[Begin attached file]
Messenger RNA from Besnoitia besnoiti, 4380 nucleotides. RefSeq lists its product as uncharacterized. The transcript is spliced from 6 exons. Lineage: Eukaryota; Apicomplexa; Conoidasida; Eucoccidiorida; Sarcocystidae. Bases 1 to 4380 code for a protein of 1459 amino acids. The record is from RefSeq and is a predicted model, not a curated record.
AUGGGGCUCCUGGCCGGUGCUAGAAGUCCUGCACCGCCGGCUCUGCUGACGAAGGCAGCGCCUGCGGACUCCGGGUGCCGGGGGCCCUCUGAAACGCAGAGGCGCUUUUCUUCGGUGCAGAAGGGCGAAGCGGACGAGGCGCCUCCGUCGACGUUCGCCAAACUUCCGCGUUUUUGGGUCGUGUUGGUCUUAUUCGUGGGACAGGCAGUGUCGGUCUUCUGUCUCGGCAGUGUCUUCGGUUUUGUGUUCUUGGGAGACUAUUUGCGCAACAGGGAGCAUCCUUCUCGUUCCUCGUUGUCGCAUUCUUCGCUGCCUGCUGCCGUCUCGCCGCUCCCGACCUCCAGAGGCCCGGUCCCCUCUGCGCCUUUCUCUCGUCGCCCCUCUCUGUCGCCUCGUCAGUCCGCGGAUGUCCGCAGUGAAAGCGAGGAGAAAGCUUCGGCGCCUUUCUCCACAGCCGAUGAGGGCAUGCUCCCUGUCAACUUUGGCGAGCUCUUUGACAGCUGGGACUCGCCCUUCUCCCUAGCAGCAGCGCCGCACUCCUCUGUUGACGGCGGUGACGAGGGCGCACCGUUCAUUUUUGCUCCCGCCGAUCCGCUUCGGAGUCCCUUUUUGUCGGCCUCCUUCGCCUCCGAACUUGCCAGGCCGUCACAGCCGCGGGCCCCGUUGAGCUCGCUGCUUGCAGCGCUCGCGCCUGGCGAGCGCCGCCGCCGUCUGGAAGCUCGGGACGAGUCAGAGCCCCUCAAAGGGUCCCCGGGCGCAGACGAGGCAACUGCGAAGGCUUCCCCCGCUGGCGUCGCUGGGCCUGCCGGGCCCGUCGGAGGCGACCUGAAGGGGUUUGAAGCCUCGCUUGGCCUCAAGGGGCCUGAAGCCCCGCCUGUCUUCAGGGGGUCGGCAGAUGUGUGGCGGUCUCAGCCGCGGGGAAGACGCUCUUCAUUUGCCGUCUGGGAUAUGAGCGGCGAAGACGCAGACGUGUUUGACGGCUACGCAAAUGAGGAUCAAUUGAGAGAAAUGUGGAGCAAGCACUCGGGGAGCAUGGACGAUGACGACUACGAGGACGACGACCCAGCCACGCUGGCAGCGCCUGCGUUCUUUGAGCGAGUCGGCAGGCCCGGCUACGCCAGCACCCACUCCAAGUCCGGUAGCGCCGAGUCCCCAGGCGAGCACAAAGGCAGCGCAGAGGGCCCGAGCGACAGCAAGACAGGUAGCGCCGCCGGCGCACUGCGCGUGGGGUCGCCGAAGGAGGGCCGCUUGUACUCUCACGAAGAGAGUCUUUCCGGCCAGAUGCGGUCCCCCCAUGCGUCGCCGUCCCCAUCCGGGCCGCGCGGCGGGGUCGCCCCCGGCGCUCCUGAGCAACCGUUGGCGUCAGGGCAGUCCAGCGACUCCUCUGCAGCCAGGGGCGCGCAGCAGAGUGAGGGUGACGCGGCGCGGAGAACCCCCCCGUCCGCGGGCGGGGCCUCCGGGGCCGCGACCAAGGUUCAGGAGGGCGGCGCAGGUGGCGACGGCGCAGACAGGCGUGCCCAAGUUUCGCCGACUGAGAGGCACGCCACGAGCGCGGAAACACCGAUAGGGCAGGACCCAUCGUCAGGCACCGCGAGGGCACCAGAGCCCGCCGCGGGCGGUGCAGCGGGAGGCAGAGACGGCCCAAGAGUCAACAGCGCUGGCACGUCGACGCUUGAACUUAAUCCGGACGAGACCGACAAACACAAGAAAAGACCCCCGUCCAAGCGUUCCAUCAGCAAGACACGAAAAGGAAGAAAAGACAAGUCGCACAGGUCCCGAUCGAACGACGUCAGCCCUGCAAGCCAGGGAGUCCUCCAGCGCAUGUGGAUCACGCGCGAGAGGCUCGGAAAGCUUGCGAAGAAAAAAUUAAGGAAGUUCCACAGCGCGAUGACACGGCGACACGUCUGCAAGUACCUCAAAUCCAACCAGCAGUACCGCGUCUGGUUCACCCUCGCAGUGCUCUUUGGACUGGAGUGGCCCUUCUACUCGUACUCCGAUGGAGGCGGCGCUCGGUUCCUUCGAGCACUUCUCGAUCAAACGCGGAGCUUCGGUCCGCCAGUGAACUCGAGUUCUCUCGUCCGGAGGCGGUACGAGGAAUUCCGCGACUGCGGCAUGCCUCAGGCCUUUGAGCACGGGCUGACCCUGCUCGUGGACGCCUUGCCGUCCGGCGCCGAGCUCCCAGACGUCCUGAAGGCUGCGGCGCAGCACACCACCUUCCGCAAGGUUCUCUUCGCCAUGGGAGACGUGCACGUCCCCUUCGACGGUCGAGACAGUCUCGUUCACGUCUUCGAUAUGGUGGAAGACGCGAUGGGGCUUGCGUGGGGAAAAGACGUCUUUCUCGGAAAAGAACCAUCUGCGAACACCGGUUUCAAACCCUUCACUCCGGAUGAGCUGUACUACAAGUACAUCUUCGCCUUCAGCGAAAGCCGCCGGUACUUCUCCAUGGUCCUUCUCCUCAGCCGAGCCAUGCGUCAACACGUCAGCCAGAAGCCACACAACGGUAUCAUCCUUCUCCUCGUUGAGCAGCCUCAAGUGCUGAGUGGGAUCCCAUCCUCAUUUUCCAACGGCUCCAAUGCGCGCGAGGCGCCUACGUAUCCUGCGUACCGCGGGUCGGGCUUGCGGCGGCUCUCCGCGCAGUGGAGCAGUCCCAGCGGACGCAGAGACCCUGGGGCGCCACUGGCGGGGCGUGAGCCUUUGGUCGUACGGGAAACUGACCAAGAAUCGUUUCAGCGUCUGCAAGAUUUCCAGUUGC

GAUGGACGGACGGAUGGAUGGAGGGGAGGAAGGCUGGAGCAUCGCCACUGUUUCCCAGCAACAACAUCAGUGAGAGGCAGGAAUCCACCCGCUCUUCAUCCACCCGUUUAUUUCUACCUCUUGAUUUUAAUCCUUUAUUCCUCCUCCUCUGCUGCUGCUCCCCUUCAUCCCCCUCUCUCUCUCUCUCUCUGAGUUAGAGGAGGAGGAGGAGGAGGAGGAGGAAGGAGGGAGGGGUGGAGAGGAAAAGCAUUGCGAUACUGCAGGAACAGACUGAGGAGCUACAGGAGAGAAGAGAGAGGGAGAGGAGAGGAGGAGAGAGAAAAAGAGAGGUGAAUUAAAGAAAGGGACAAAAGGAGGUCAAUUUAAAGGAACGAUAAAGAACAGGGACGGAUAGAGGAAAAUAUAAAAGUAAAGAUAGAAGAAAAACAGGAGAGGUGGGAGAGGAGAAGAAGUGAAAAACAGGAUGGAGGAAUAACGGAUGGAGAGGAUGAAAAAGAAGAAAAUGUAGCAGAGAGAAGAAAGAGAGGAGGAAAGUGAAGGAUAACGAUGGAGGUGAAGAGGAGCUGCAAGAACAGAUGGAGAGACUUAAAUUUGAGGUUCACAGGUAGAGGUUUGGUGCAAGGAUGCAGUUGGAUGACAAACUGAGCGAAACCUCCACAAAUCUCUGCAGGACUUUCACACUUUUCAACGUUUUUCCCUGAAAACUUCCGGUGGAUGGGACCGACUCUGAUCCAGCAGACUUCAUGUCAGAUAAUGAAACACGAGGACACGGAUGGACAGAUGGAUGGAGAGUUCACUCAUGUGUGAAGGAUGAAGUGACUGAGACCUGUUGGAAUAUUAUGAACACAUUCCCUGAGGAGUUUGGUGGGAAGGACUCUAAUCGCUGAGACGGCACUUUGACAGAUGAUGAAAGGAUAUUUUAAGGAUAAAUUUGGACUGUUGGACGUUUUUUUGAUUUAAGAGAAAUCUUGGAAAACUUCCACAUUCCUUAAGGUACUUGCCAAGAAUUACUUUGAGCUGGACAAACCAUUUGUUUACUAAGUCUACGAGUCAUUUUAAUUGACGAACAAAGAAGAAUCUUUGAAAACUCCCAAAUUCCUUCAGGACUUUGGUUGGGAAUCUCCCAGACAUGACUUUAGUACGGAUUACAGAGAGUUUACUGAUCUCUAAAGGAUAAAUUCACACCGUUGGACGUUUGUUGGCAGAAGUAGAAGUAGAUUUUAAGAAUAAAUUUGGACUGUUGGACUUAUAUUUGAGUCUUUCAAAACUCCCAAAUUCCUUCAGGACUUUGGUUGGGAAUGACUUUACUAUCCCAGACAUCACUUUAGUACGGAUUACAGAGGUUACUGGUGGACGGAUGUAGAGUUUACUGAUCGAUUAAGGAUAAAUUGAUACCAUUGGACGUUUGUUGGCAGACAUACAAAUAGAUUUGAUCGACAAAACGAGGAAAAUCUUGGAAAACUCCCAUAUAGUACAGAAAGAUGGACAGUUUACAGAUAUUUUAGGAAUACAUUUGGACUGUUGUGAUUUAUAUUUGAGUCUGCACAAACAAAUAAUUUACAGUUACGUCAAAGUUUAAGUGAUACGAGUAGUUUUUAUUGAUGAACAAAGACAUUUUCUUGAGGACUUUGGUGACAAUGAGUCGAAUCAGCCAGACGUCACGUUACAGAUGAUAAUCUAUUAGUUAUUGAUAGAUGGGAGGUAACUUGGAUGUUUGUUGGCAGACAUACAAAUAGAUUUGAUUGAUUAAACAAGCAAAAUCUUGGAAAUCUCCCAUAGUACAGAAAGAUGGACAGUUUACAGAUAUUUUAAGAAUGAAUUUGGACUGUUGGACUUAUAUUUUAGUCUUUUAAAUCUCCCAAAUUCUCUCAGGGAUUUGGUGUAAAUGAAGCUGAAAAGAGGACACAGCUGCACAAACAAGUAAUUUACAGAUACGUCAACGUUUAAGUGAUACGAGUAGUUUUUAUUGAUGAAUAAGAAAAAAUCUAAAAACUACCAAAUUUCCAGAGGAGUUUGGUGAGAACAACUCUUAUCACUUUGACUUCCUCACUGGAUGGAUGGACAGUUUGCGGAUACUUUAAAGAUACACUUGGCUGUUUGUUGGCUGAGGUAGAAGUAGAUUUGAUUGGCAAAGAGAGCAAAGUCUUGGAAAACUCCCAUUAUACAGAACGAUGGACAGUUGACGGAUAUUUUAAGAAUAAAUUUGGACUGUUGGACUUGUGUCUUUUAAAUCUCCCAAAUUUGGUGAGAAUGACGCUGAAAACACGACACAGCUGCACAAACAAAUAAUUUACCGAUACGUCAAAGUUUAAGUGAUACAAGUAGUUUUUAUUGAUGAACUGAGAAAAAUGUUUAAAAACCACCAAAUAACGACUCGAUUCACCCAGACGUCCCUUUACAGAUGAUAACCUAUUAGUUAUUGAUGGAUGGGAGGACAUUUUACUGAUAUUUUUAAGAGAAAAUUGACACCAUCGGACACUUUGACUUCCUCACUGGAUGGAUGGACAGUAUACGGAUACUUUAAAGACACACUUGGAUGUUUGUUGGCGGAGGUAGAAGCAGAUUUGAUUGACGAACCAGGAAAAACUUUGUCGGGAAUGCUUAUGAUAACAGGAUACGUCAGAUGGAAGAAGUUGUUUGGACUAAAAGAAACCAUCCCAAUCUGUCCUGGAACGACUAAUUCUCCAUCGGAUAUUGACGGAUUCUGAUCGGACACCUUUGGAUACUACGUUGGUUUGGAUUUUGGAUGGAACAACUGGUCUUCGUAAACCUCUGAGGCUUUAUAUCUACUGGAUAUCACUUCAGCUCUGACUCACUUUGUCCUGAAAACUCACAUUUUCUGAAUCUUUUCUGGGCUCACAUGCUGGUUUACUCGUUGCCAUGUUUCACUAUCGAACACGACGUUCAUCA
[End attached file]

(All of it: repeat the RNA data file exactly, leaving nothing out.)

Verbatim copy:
Messenger RNA from Besnoitia besnoiti, 4380 nucleotides. RefSeq lists its product as uncharacterized. The transcript is spliced from 6 exons. Lineage: Eukaryota; Apicomplexa; Conoidasida; Eucoccidiorida; Sarcocystidae. Bases 1 to 4380 code for a protein of 1459 amino acids. The record is from RefSeq and is a predicted model, not a curated record.
AUGGGGCUCCUGGCCGGUGCUAGAAGUCCUGCACCGCCGGCUCUGCUGACGAAGGCAGCGCCUGCGGACUCCGGGUGCCGGGGGCCCUCUGAAACGCAGAGGCGCUUUUCUUCGGUGCAGAAGGGCGAAGCGGACGAGGCGCCUCCGUCGACGUUCGCCAAACUUCCGCGUUUUUGGGUCGUGUUGGUCUUAUUCGUGGGACAGGCAGUGUCGGUCUUCUGUCUCGGCAGUGUCUUCGGUUUUGUGUUCUUGGGAGACUAUUUGCGCAACAGGGAGCAUCCUUCUCGUUCCUCGUUGUCGCAUUCUUCGCUGCCUGCUGCCGUCUCGCCGCUCCCGACCUCCAGAGGCCCGGUCCCCUCUGCGCCUUUCUCUCGUCGCCCCUCUCUGUCGCCUCGUCAGUCCGCGGAUGUCCGCAGUGAAAGCGAGGAGAAAGCUUCGGCGCCUUUCUCCACAGCCGAUGAGGGCAUGCUCCCUGUCAACUUUGGCGAGCUCUUUGACAGCUGGGACUCGCCCUUCUCCCUAGCAGCAGCGCCGCACUCCUCUGUUGACGGCGGUGACGAGGGCGCACCGUUCAUUUUUGCUCCCGCCGAUCCGCUUCGGAGUCCCUUUUUGUCGGCCUCCUUCGCCUCCGAACUUGCCAGGCCGUCACAGCCGCGGGCCCCGUUGAGCUCGCUGCUUGCAGCGCUCGCGCCUGGCGAGCGCCGCCGCCGUCUGGAAGCUCGGGACGAGUCAGAGCCCCUCAAAGGGUCCCCGGGCGCAGACGAGGCAACUGCGAAGGCUUCCCCCGCUGGCGUCGCUGGGCCUGCCGGGCCCGUCGGAGGCGACCUGAAGGGGUUUGAAGCCUCGCUUGGCCUCAAGGGGCCUGAAGCCCCGCCUGUCUUCAGGGGGUCGGCAGAUGUGUGGCGGUCUCAGCCGCGGGGAAGACGCUCUUCAUUUGCCGUCUGGGAUAUGAGCGGCGAAGACGCAGACGUGUUUGACGGCUACGCAAAUGAGGAUCAAUUGAGAGAAAUGUGGAGCAAGCACUCGGGGAGCAUGGACGAUGACGACUACGAGGACGACGACCCAGCCACGCUGGCAGCGCCUGCGUUCUUUGAGCGAGUCGGCAGGCCCGGCUACGCCAGCACCCACUCCAAGUCCGGUAGCGCCGAGUCCCCAGGCGAGCACAAAGGCAGCGCAGAGGGCCCGAGCGACAGCAAGACAGGUAGCGCCGCCGGCGCACUGCGCGUGGGGUCGCCGAAGGAGGGCCGCUUGUACUCUCACGAAGAGAGUCUUUCCGGCCAGAUGCGGUCCCCCCAUGCGUCGCCGUCCCCAUCCGGGCCGCGCGGCGGGGUCGCCCCCGGCGCUCCUGAGCAACCGUUGGCGUCAGGGCAGUCCAGCGACUCCUCUGCAGCCAGGGGCGCGCAGCAGAGUGAGGGUGACGCGGCGCGGAGAACCCCCCCGUCCGCGGGCGGGGCCUCCGGGGCCGCGACCAAGGUUCAGGAGGGCGGCGCAGGUGGCGACGGCGCAGACAGGCGUGCCCAAGUUUCGCCGACUGAGAGGCACGCCACGAGCGCGGAAACACCGAUAGGGCAGGACCCAUCGUCAGGCACCGCGAGGGCACCAGAGCCCGCCGCGGGCGGUGCAGCGGGAGGCAGAGACGGCCCAAGAGUCAACAGCGCUGGCACGUCGACGCUUGAACUUAAUCCGGACGAGACCGACAAACACAAGAAAAGACCCCCGUCCAAGCGUUCCAUCAGCAAGACACGAAAAGGAAGAAAAGACAAGUCGCACAGGUCCCGAUCGAACGACGUCAGCCCUGCAAGCCAGGGAGUCCUCCAGCGCAUGUGGAUCACGCGCGAGAGGCUCGGAAAGCUUGCGAAGAAAAAAUUAAGGAAGUUCCACAGCGCGAUGACACGGCGACACGUCUGCAAGUACCUCAAAUCCAACCAGCAGUACCGCGUCUGGUUCACCCUCGCAGUGCUCUUUGGACUGGAGUGGCCCUUCUACUCGUACUCCGAUGGAGGCGGCGCUCGGUUCCUUCGAGCACUUCUCGAUCAAACGCGGAGCUUCGGUCCGCCAGUGAACUCGAGUUCUCUCGUCCGGAGGCGGUACGAGGAAUUCCGCGACUGCGGCAUGCCUCAGGCCUUUGAGCACGGGCUGACCCUGCUCGUGGACGCCUUGCCGUCCGGCGCCGAGCUCCCAGACGUCCUGAAGGCUGCGGCGCAGCACACCACCUUCCGCAAGGUUCUCUUCGCCAUGGGAGACGUGCACGUCCCCUUCGACGGUCGAGACAGUCUCGUUCACGUCUUCGAUAUGGUGGAAGACGCGAUGGGGCUUGCGUGGGGAAAAGACGUCUUUCUCGGAAAAGAACCAUCUGCGAACACCGGUUUCAAACCCUUCACUCCGGAUGAGCUGUACUACAAGUACAUCUUCGCCUUCAGCGAAAGCCGCCGGUACUUCUCCAUGGUCCUUCUCCUCAGCCGAGCCAUGCGUCAACACGUCAGCCAGAAGCCACACAACGGUAUCAUCCUUCUCCUCGUUGAGCAGCCUCAAGUGCUGAGUGGGAUCCCAUCCUCAUUUUCCAACGGCUCCAAUGCGCGCGAGGCGCCUACGUAUCCUGCGUACCGCGGGUCGGGCUUGCGGCGGCUCUCCGCGCAGUGGAGCAGUCCCAGCGGACGCAGAGACCCUGGGGCGCCACUGGCGGGGCGUGAGCCUUUGGUCGUACGGGAAACUGACCAAGAAUCGUUUCAGCGUCUGCAAGAUUUCCAGUUGC

GAUGGACGGACGGAUGGAUGGAGGGGAGGAAGGCUGGAGCAUCGCCACUGUUUCCCAGCAACAACAUCAGUGAGAGGCAGGAAUCCACCCGCUCUUCAUCCACCCGUUUAUUUCUACCUCUUGAUUUUAAUCCUUUAUUCCUCCUCCUCUGCUGCUGCUCCCCUUCAUCCCCCUCUCUCUCUCUCUCUCUGAGUUAGAGGAGGAGGAGGAGGAGGAGGAGGAAGGAGGGAGGGGUGGAGAGGAAAAGCAUUGCGAUACUGCAGGAACAGACUGAGGAGCUACAGGAGAGAAGAGAGAGGGAGAGGAGAGGAGGAGAGAGAAAAAGAGAGGUGAAUUAAAGAAAGGGACAAAAGGAGGUCAAUUUAAAGGAACGAUAAAGAACAGGGACGGAUAGAGGAAAAUAUAAAAGUAAAGAUAGAAGAAAAACAGGAGAGGUGGGAGAGGAGAAGAAGUGAAAAACAGGAUGGAGGAAUAACGGAUGGAGAGGAUGAAAAAGAAGAAAAUGUAGCAGAGAGAAGAAAGAGAGGAGGAAAGUGAAGGAUAACGAUGGAGGUGAAGAGGAGCUGCAAGAACAGAUGGAGAGACUUAAAUUUGAGGUUCACAGGUAGAGGUUUGGUGCAAGGAUGCAGUUGGAUGACAAACUGAGCGAAACCUCCACAAAUCUCUGCAGGACUUUCACACUUUUCAACGUUUUUCCCUGAAAACUUCCGGUGGAUGGGACCGACUCUGAUCCAGCAGACUUCAUGUCAGAUAAUGAAACACGAGGACACGGAUGGACAGAUGGAUGGAGAGUUCACUCAUGUGUGAAGGAUGAAGUGACUGAGACCUGUUGGAAUAUUAUGAACACAUUCCCUGAGGAGUUUGGUGGGAAGGACUCUAAUCGCUGAGACGGCACUUUGACAGAUGAUGAAAGGAUAUUUUAAGGAUAAAUUUGGACUGUUGGACGUUUUUUUGAUUUAAGAGAAAUCUUGGAAAACUUCCACAUUCCUUAAGGUACUUGCCAAGAAUUACUUUGAGCUGGACAAACCAUUUGUUUACUAAGUCUACGAGUCAUUUUAAUUGACGAACAAAGAAGAAUCUUUGAAAACUCCCAAAUUCCUUCAGGACUUUGGUUGGGAAUCUCCCAGACAUGACUUUAGUACGGAUUACAGAGAGUUUACUGAUCUCUAAAGGAUAAAUUCACACCGUUGGACGUUUGUUGGCAGAAGUAGAAGUAGAUUUUAAGAAUAAAUUUGGACUGUUGGACUUAUAUUUGAGUCUUUCAAAACUCCCAAAUUCCUUCAGGACUUUGGUUGGGAAUGACUUUACUAUCCCAGACAUCACUUUAGUACGGAUUACAGAGGUUACUGGUGGACGGAUGUAGAGUUUACUGAUCGAUUAAGGAUAAAUUGAUACCAUUGGACGUUUGUUGGCAGACAUACAAAUAGAUUUGAUCGACAAAACGAGGAAAAUCUUGGAAAACUCCCAUAUAGUACAGAAAGAUGGACAGUUUACAGAUAUUUUAGGAAUACAUUUGGACUGUUGUGAUUUAUAUUUGAGUCUGCACAAACAAAUAAUUUACAGUUACGUCAAAGUUUAAGUGAUACGAGUAGUUUUUAUUGAUGAACAAAGACAUUUUCUUGAGGACUUUGGUGACAAUGAGUCGAAUCAGCCAGACGUCACGUUACAGAUGAUAAUCUAUUAGUUAUUGAUAGAUGGGAGGUAACUUGGAUGUUUGUUGGCAGACAUACAAAUAGAUUUGAUUGAUUAAACAAGCAAAAUCUUGGAAAUCUCCCAUAGUACAGAAAGAUGGACAGUUUACAGAUAUUUUAAGAAUGAAUUUGGACUGUUGGACUUAUAUUUUAGUCUUUUAAAUCUCCCAAAUUCUCUCAGGGAUUUGGUGUAAAUGAAGCUGAAAAGAGGACACAGCUGCACAAACAAGUAAUUUACAGAUACGUCAACGUUUAAGUGAUACGAGUAGUUUUUAUUGAUGAAUAAGAAAAAAUCUAAAAACUACCAAAUUUCCAGAGGAGUUUGGUGAGAACAACUCUUAUCACUUUGACUUCCUCACUGGAUGGAUGGACAGUUUGCGGAUACUUUAAAGAUACACUUGGCUGUUUGUUGGCUGAGGUAGAAGUAGAUUUGAUUGGCAAAGAGAGCAAAGUCUUGGAAAACUCCCAUUAUACAGAACGAUGGACAGUUGACGGAUAUUUUAAGAAUAAAUUUGGACUGUUGGACUUGUGUCUUUUAAAUCUCCCAAAUUUGGUGAGAAUGACGCUGAAAACACGACACAGCUGCACAAACAAAUAAUUUACCGAUACGUCAAAGUUUAAGUGAUACAAGUAGUUUUUAUUGAUGAACUGAGAAAAAUGUUUAAAAACCACCAAAUAACGACUCGAUUCACCCAGACGUCCCUUUACAGAUGAUAACCUAUUAGUUAUUGAUGGAUGGGAGGACAUUUUACUGAUAUUUUUAAGAGAAAAUUGACACCAUCGGACACUUUGACUUCCUCACUGGAUGGAUGGACAGUAUACGGAUACUUUAAAGACACACUUGGAUGUUUGUUGGCGGAGGUAGAAGCAGAUUUGAUUGACGAACCAGGAAAAACUUUGUCGGGAAUGCUUAUGAUAACAGGAUACGUCAGAUGGAAGAAGUUGUUUGGACUAAAAGAAACCAUCCCAAUCUGUCCUGGAACGACUAAUUCUCCAUCGGAUAUUGACGGAUUCUGAUCGGACACCUUUGGAUACUACGUUGGUUUGGAUUUUGGAUGGAACAACUGGUCUUCGUAAACCUCUGAGGCUUUAUAUCUACUGGAUAUCACUUCAGCUCUGACUCACUUUGUCCUGAAAACUCACAUUUUCUGAAUCUUUUCUGGGCUCACAUGCUGGUUUACUCGUUGCCAUGUUUCACUAUCGAACACGACGUUCAUCA